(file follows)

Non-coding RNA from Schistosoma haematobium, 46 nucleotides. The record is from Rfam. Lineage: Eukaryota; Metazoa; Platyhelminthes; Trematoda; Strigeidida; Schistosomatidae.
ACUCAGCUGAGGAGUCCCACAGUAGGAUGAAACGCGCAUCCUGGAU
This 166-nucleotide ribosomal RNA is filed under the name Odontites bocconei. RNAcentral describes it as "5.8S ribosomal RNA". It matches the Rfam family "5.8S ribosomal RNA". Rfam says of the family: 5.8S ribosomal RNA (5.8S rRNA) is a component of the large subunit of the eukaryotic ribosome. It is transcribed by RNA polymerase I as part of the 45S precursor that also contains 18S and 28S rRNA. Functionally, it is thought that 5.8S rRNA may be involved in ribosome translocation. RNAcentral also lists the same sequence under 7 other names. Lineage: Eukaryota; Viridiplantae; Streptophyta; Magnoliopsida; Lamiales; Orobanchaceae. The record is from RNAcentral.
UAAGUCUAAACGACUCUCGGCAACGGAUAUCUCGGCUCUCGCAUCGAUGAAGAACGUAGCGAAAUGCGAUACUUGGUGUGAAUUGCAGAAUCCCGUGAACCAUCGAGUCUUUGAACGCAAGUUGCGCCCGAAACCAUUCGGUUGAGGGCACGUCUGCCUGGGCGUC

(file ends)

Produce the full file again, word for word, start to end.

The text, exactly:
Non-coding RNA from Schistosoma haematobium, 46 nucleotides. The record is from Rfam. Lineage: Eukaryota; Metazoa; Platyhelminthes; Trematoda; Strigeidida; Schistosomatidae.
ACUCAGCUGAGGAGUCCCACAGUAGGAUGAAACGCGCAUCCUGGAU
This 166-nucleotide ribosomal RNA is filed under the name Odontites bocconei. RNAcentral describes it as "5.8S ribosomal RNA". It matches the Rfam family "5.8S ribosomal RNA". Rfam says of the family: 5.8S ribosomal RNA (5.8S rRNA) is a component of the large subunit of the eukaryotic ribosome. It is transcribed by RNA polymerase I as part of the 45S precursor that also contains 18S and 28S rRNA. Functionally, it is thought that 5.8S rRNA may be involved in ribosome translocation. RNAcentral also lists the same sequence under 7 other names. Lineage: Eukaryota; Viridiplantae; Streptophyta; Magnoliopsida; Lamiales; Orobanchaceae. The record is from RNAcentral.
UAAGUCUAAACGACUCUCGGCAACGGAUAUCUCGGCUCUCGCAUCGAUGAAGAACGUAGCGAAAUGCGAUACUUGGUGUGAAUUGCAGAAUCCCGUGAACCAUCGAGUCUUUGAACGCAAGUUGCGCCCGAAACCAUUCGGUUGAGGGCACGUCUGCCUGGGCGUC